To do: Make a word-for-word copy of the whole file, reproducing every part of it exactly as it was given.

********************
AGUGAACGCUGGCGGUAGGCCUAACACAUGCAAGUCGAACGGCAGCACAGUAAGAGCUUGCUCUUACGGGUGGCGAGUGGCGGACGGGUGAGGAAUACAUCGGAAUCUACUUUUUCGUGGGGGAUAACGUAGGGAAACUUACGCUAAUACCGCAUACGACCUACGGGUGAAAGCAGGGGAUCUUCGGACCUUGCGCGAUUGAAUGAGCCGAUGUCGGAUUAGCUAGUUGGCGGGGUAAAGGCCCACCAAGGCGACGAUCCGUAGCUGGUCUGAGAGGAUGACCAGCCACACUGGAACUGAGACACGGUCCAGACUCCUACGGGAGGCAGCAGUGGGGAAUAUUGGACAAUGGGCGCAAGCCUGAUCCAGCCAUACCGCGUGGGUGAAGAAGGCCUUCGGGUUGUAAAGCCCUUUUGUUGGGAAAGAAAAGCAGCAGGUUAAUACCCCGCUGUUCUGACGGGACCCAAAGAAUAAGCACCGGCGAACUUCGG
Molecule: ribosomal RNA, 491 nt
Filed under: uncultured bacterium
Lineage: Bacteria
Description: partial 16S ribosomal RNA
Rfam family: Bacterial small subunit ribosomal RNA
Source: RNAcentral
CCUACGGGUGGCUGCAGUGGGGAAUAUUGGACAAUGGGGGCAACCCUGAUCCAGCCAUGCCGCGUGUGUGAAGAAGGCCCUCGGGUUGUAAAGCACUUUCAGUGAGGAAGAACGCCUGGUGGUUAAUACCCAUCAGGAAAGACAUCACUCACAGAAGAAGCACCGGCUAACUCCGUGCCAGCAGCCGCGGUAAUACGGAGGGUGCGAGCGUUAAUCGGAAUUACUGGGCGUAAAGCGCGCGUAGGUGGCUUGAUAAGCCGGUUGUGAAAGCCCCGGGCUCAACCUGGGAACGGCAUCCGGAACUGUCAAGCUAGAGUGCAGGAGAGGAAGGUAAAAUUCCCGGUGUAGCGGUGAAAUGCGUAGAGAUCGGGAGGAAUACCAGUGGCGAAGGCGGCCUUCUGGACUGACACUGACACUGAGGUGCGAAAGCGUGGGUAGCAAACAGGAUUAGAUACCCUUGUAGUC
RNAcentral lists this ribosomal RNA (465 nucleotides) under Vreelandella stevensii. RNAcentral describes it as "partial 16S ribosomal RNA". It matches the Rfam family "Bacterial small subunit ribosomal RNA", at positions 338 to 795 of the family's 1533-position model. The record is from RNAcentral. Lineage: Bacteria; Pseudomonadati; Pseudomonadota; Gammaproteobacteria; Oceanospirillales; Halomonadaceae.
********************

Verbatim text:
AGUGAACGCUGGCGGUAGGCCUAACACAUGCAAGUCGAACGGCAGCACAGUAAGAGCUUGCUCUUACGGGUGGCGAGUGGCGGACGGGUGAGGAAUACAUCGGAAUCUACUUUUUCGUGGGGGAUAACGUAGGGAAACUUACGCUAAUACCGCAUACGACCUACGGGUGAAAGCAGGGGAUCUUCGGACCUUGCGCGAUUGAAUGAGCCGAUGUCGGAUUAGCUAGUUGGCGGGGUAAAGGCCCACCAAGGCGACGAUCCGUAGCUGGUCUGAGAGGAUGACCAGCCACACUGGAACUGAGACACGGUCCAGACUCCUACGGGAGGCAGCAGUGGGGAAUAUUGGACAAUGGGCGCAAGCCUGAUCCAGCCAUACCGCGUGGGUGAAGAAGGCCUUCGGGUUGUAAAGCCCUUUUGUUGGGAAAGAAAAGCAGCAGGUUAAUACCCCGCUGUUCUGACGGGACCCAAAGAAUAAGCACCGGCGAACUUCGG
Molecule: ribosomal RNA, 491 nt
Filed under: uncultured bacterium
Lineage: Bacteria
Description: partial 16S ribosomal RNA
Rfam family: Bacterial small subunit ribosomal RNA
Source: RNAcentral
CCUACGGGUGGCUGCAGUGGGGAAUAUUGGACAAUGGGGGCAACCCUGAUCCAGCCAUGCCGCGUGUGUGAAGAAGGCCCUCGGGUUGUAAAGCACUUUCAGUGAGGAAGAACGCCUGGUGGUUAAUACCCAUCAGGAAAGACAUCACUCACAGAAGAAGCACCGGCUAACUCCGUGCCAGCAGCCGCGGUAAUACGGAGGGUGCGAGCGUUAAUCGGAAUUACUGGGCGUAAAGCGCGCGUAGGUGGCUUGAUAAGCCGGUUGUGAAAGCCCCGGGCUCAACCUGGGAACGGCAUCCGGAACUGUCAAGCUAGAGUGCAGGAGAGGAAGGUAAAAUUCCCGGUGUAGCGGUGAAAUGCGUAGAGAUCGGGAGGAAUACCAGUGGCGAAGGCGGCCUUCUGGACUGACACUGACACUGAGGUGCGAAAGCGUGGGUAGCAAACAGGAUUAGAUACCCUUGUAGUC
RNAcentral lists this ribosomal RNA (465 nucleotides) under Vreelandella stevensii. RNAcentral describes it as "partial 16S ribosomal RNA". It matches the Rfam family "Bacterial small subunit ribosomal RNA", at positions 338 to 795 of the family's 1533-position model. The record is from RNAcentral. Lineage: Bacteria; Pseudomonadati; Pseudomonadota; Gammaproteobacteria; Oceanospirillales; Halomonadaceae.